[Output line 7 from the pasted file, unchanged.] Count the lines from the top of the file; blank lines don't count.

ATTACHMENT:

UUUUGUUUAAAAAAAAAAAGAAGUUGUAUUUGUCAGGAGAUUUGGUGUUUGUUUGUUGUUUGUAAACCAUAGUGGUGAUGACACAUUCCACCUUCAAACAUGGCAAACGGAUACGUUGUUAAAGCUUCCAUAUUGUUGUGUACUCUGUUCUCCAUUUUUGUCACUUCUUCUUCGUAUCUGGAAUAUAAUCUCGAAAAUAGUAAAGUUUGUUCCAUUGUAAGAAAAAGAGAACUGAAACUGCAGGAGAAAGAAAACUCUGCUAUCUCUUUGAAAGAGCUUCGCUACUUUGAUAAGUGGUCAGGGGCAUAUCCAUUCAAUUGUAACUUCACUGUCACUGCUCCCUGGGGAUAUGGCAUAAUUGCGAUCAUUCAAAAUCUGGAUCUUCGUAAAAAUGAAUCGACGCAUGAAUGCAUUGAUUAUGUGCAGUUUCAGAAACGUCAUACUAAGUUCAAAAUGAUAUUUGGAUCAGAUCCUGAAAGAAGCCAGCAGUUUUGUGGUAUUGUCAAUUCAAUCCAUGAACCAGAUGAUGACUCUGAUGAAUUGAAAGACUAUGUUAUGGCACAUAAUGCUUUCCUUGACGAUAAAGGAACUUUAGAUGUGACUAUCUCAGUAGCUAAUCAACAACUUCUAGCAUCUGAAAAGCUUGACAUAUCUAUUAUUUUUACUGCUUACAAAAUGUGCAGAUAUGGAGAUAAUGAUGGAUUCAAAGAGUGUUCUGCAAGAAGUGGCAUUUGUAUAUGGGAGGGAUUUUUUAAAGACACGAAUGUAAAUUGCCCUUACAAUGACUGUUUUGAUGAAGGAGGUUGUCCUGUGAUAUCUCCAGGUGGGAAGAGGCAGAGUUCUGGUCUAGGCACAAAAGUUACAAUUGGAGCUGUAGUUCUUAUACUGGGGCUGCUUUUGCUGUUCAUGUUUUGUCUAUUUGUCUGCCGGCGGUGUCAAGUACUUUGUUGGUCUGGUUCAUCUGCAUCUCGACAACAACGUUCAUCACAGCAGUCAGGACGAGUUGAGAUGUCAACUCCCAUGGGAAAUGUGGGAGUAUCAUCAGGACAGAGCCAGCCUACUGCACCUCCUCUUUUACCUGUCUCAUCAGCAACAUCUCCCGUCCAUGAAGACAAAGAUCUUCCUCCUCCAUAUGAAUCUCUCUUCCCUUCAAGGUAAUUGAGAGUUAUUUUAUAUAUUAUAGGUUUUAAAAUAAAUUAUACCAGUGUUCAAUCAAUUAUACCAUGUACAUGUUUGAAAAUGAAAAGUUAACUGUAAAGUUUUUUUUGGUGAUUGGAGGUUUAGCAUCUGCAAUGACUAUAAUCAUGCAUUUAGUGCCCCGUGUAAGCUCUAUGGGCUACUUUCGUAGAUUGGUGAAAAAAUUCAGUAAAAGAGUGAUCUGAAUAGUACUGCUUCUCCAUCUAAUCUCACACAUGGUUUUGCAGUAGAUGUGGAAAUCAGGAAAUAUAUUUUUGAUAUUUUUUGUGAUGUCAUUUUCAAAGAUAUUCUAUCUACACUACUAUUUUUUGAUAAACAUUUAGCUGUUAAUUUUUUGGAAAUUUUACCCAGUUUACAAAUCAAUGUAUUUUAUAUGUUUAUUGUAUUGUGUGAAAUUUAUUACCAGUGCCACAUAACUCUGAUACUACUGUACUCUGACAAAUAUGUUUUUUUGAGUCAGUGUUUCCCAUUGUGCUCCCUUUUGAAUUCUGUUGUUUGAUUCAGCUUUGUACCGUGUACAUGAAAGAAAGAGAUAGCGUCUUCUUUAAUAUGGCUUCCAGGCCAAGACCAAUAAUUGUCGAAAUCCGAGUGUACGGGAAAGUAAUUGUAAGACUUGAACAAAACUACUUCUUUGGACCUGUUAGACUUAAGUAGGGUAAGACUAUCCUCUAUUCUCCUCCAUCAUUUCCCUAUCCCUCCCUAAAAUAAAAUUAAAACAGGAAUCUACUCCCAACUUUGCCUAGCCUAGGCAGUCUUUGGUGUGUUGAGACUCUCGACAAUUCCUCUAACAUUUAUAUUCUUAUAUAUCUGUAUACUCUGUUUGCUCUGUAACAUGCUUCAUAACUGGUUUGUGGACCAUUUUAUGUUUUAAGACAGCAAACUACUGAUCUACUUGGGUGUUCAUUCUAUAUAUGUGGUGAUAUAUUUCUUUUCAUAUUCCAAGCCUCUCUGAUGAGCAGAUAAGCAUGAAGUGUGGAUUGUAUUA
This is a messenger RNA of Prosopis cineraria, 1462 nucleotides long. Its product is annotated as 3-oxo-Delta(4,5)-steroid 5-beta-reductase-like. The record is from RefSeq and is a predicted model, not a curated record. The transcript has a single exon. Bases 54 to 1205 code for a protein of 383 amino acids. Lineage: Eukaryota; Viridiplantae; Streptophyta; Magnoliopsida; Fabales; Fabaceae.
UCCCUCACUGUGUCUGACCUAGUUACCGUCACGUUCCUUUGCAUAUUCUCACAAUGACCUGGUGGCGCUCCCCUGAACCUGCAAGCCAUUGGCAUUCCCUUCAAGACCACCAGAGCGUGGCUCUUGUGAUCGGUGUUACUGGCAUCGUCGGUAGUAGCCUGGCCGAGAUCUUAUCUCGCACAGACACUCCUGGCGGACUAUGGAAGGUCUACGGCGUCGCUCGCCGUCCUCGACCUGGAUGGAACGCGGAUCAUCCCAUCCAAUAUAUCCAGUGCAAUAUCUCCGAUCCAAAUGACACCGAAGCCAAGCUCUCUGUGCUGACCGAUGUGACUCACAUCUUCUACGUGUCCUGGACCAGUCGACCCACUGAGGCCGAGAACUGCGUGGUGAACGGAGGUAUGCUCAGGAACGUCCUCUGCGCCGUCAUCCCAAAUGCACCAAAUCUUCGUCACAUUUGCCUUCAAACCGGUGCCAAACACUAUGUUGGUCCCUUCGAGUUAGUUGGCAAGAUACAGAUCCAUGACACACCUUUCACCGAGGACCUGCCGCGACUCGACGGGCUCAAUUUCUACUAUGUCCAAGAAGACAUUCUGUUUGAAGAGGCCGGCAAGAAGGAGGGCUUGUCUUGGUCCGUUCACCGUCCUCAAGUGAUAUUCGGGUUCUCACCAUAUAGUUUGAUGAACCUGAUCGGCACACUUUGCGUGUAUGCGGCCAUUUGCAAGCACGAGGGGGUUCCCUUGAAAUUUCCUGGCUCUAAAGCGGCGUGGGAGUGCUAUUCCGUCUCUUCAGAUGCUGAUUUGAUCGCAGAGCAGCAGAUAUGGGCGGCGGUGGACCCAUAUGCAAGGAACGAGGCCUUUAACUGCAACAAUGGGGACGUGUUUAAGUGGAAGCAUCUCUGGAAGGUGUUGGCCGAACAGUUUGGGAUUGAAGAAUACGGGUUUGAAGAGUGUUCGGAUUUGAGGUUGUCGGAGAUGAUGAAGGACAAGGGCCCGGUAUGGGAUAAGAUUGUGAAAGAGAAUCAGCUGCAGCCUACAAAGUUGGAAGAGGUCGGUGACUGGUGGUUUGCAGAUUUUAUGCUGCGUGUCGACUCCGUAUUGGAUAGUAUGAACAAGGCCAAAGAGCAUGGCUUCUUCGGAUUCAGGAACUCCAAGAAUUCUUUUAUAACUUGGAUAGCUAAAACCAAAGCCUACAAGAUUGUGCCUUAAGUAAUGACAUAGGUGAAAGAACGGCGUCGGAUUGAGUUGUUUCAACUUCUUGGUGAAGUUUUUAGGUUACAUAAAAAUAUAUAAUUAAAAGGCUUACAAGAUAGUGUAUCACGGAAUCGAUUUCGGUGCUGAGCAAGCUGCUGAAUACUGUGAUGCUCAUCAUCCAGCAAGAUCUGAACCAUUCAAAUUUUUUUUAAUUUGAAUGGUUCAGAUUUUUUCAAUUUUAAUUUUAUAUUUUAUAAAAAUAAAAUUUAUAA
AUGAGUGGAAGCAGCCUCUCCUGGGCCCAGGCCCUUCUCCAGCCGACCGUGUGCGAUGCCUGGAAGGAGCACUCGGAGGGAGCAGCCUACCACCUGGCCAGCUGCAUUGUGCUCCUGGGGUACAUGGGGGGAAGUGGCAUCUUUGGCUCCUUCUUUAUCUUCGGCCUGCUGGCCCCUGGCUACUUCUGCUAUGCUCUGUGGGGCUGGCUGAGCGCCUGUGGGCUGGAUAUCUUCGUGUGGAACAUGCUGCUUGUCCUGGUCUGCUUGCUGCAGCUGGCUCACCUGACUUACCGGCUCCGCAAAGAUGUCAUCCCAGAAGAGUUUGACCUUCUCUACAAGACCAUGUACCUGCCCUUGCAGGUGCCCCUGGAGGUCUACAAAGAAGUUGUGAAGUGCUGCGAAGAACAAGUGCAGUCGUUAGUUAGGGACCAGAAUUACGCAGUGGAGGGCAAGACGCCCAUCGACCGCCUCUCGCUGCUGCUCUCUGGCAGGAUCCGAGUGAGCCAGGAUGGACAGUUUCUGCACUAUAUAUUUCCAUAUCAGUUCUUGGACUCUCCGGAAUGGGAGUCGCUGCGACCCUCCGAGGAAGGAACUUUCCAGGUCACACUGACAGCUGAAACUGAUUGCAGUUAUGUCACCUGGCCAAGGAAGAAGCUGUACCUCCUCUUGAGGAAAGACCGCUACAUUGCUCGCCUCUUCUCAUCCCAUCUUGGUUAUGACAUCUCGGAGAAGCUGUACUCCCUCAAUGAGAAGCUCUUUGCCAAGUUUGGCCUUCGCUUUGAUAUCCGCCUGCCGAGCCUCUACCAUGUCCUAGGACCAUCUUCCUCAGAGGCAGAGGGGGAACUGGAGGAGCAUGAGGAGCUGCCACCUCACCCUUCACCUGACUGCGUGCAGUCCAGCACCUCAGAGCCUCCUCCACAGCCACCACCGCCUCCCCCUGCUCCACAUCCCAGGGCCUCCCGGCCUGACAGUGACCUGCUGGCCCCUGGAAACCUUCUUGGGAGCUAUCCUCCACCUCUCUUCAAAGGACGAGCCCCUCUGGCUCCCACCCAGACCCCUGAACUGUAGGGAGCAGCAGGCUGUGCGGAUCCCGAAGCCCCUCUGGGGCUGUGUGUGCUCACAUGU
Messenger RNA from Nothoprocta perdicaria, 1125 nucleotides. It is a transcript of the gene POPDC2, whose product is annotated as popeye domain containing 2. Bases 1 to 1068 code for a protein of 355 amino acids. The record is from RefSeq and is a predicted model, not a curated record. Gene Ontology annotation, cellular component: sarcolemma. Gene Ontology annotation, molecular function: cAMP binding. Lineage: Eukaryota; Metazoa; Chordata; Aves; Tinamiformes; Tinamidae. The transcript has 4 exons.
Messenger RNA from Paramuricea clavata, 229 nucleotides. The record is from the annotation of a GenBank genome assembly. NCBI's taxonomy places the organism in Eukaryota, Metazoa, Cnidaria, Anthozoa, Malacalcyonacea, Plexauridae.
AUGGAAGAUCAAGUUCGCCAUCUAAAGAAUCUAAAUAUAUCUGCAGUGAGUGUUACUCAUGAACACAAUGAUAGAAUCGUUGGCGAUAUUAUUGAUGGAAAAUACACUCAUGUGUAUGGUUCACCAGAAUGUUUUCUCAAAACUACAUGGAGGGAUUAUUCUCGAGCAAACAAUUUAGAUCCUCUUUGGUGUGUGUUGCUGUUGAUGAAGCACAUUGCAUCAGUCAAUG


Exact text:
AUGGAAGAUCAAGUUCGCCAUCUAAAGAAUCUAAAUAUAUCUGCAGUGAGUGUUACUCAUGAACACAAUGAUAGAAUCGUUGGCGAUAUUAUUGAUGGAAAAUACACUCAUGUGUAUGGUUCACCAGAAUGUUUUCUCAAAACUACAUGGAGGGAUUAUUCUCGAGCAAACAAUUUAGAUCCUCUUUGGUGUGUGUUGCUGUUGAUGAAGCACAUUGCAUCAGUCAAUG